• the (assumed, by me) mode of the distribution. Given all the uncertainty, which I was not able to resolve by looking at existing data, I'll assume this to be 0.5, meaning that I am really very uncertain about who's going to win and think that the best bet is 50:50.
  • The (assumed, by me) upper level of probability that I can consider as reasonable to represent the chance that Italy win the game. Of course, I don't think that there is absolute certainty that Italy will go through, so this level will be less than 1. I think I would go as far as to $u=$.8.
  • The (assumed, by me) cumulative probability that $\theta<u$. This gives an indication of the uncertainty that I'm placing over this distribution, while imposing some mathematical constraints on it. For example, because I'm assuming that $u=$.8 and that mode$=$0.5, this cumulative probability should be relatively large. I feel confident that this would be a reasonable upper limit, and thus I consider $p=\Pr(\theta<u)=$0.85.
With these values and using some reasonably simple code (optimising the values of the parameters $\alpha,\beta$ to meet the constraints just imposed $-$ discussed here), I can derive that my choice is equivalent to considering $\alpha=\beta=$3.2618. This is my resulting prior.
Not very informative $-$ in fact almost at all. I'm saying that in my view, before the game starts and having observed the relevant evidence available to me up to now, my assessment of the probability that Italy beat England is somewhere in between 15% and 85%. Still, just a bit better than a standard "minimally informative" prior, eg Beta(0.5,0.5). More importantly, it forces you (or me, in this case) to think of the consequences of the choice in terms of the probabilities that are induced by this choice.

Estimating the predictive distribution of the result is the actual objective of the exercise. In fact, I'm not really interested in $\theta$. Given this (prior) information, a large number of simulations produces a median value of 1, which means that I'm predicting Italy to win $-$ but with a huge uncertainty attached.

Tuesday, 19 June 2012

Bayesian hierarchical glaucoma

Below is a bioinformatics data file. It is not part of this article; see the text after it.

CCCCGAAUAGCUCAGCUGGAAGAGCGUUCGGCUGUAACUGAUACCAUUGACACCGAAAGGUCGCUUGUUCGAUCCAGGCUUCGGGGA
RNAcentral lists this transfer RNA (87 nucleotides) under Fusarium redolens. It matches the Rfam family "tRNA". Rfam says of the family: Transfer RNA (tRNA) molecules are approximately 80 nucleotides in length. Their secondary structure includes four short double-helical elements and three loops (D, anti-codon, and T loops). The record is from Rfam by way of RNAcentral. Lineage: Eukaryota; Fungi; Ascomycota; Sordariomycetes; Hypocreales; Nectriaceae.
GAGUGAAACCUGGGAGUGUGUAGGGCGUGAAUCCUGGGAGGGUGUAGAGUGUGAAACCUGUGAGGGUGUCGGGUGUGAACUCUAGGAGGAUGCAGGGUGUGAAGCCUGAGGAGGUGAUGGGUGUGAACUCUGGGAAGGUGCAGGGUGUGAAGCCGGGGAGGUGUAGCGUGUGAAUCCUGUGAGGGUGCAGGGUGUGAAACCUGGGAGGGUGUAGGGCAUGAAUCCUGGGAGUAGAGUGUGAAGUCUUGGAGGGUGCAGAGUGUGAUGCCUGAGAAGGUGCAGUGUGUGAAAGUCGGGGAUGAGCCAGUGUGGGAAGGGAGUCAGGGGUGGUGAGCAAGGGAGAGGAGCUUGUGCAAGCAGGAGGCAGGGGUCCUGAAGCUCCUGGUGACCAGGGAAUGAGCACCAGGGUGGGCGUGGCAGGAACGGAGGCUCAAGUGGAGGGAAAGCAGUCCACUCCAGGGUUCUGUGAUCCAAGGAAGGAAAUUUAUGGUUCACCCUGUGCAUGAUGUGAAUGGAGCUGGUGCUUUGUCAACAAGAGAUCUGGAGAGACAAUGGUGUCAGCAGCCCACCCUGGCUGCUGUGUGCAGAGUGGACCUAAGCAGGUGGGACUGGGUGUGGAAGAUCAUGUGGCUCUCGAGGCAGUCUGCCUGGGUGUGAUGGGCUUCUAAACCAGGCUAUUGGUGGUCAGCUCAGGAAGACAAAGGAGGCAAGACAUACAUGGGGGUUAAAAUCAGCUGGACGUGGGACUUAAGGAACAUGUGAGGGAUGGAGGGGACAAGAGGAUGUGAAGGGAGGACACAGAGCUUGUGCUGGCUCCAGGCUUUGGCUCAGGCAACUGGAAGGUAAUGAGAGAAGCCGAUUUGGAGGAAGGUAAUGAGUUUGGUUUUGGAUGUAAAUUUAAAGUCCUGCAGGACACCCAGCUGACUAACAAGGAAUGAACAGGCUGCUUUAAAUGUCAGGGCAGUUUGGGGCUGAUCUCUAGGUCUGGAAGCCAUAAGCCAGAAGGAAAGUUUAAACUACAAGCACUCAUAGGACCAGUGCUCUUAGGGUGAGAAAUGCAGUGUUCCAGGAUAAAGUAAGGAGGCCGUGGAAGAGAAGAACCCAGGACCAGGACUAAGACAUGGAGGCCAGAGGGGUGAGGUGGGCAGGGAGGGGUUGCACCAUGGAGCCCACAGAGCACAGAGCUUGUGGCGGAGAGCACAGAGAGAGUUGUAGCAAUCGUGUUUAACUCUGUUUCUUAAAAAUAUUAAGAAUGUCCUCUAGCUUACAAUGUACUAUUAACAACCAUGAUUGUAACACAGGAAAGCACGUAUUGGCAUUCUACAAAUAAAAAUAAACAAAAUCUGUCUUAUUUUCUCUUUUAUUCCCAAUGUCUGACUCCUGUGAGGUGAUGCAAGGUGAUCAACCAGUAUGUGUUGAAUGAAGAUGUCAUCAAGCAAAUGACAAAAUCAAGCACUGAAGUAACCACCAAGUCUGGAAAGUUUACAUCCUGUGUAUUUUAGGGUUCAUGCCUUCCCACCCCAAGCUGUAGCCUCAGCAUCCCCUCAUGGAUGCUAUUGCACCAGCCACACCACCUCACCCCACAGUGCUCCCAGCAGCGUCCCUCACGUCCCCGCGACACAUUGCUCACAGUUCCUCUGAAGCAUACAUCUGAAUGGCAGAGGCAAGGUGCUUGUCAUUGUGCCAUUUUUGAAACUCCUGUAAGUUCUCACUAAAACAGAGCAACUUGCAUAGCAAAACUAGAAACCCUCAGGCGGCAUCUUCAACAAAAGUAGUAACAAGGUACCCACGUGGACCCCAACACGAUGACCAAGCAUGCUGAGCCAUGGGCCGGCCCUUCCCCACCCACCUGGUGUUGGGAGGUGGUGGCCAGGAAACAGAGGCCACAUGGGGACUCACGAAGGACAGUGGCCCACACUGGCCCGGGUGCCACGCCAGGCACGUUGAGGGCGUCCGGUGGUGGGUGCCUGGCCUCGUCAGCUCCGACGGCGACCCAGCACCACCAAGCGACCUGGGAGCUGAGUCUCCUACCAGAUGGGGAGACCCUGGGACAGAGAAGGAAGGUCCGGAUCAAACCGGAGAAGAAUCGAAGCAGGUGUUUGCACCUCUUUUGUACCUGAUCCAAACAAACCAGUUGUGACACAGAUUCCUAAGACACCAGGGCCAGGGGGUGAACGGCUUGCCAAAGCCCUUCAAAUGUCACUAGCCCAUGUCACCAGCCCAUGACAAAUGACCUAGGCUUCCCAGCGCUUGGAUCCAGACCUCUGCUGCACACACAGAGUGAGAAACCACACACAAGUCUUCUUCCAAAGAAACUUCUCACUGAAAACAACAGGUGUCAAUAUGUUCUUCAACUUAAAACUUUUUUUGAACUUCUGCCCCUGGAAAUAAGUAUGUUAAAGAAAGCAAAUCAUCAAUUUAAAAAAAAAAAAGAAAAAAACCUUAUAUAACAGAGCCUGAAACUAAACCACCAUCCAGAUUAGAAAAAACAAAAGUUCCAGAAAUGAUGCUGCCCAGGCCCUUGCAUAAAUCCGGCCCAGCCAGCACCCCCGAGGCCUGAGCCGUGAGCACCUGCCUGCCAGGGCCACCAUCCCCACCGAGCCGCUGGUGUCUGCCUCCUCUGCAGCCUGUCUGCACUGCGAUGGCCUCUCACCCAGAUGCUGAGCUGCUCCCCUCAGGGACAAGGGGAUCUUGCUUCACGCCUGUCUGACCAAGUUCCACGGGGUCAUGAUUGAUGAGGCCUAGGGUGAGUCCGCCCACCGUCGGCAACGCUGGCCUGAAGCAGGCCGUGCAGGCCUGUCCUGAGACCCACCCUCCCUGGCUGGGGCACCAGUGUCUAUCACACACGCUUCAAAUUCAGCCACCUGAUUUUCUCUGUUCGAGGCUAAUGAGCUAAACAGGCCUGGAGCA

Last year (in fact I did some of this while travelling to go to my friend Lorenzo's stag do $-$ he's the one in white, but with no veil), I worked on a clinical paper discussing the prevalence of glaucoma with specific focus on the European population. The objective was relatively straightforward, except for the fact that the studies used to derive the estimations were quite heterogeneous and thus we could not pool them altogether.

So we used a nice (I think) Bayesian hierarchical model where different studies contributed to different parts of the estimation procedure. I built a model in which the overall prevalence was estimated using separate (but connected) modules $-$ basically age groups. So we first estimate a set of "level-1" parameters $\theta_1,\theta_2,\theta_3,\theta_4$ (effectively the age-group specific prevalences) using the observed data from the available studies. Some of these are assumed to be conditionally exchangeable, so that for example $\theta_2,\theta_3,\theta_4$ are used to inform the distribution of the parameter $\theta_5$, representing the prevalence among the over 50s. Again assuming conditionally exchangeability, $\theta_1$ and $\theta_5$ are used to inform the overall prevalence among the over 40s.

We have found sensible (or so I'm told by the clinicians!) results. It wasn't the place to brag about the use of a Bayesian approach, so the paper does not give much detail on the actual model. The observed data were counts of subjects with glaucoma in the study populations.

But it was cool that I persuaded them to report the results in graphical fashion and with the credible intervals.

Some of them do not even know that the model is Bayesian, but they were extremely happy with the results (or if they weren't, they were extremely nice to me anyway). 

The paper is out now.

Monday, 18 June 2012


Vinnie the Panda (kind of a New York style wise guy, who advertise a brand of biscuits talking like my cousin Vinny) says: "These guys know a thing or two about biscuit!".

I think it's only fitting that the Italian media are now all over the fact that if Spain and Croatia (more or less explicitly) agree on a 2-2 draw Italy are out of the Euros no matter what. They call it a "biscuit". After all, we do know a thing or two about biscuit, given all the match fixing, professional footballers betting on games they were playing in and so on. 

I can see Spain doing their usual game with over 85% possession and eventually breaking the Croatians so that even a miserable 1-0 at the 96th minute will see us going through. I think it's a bit less likely that they actually draw 2-2, but I'm afraid it's also quite not a given that we'll beat the Irish. 

Having said all that, I really do not care that much about how it'll go tonight. Honest!

Friday, 15 June 2012

Storm after the storm

Veeeery slowly but reasonably surely, I'm working my way up the pile of unfinished things that I have miserably neglected in the last month or so. 

I think I've just closed the telomere paper and I'm almost ready to work on the Eurovision contest paper (we've run the final model, so I should be able to write some stuff up so we can send it out $-$ this time we're aiming high; let's see how it goes!).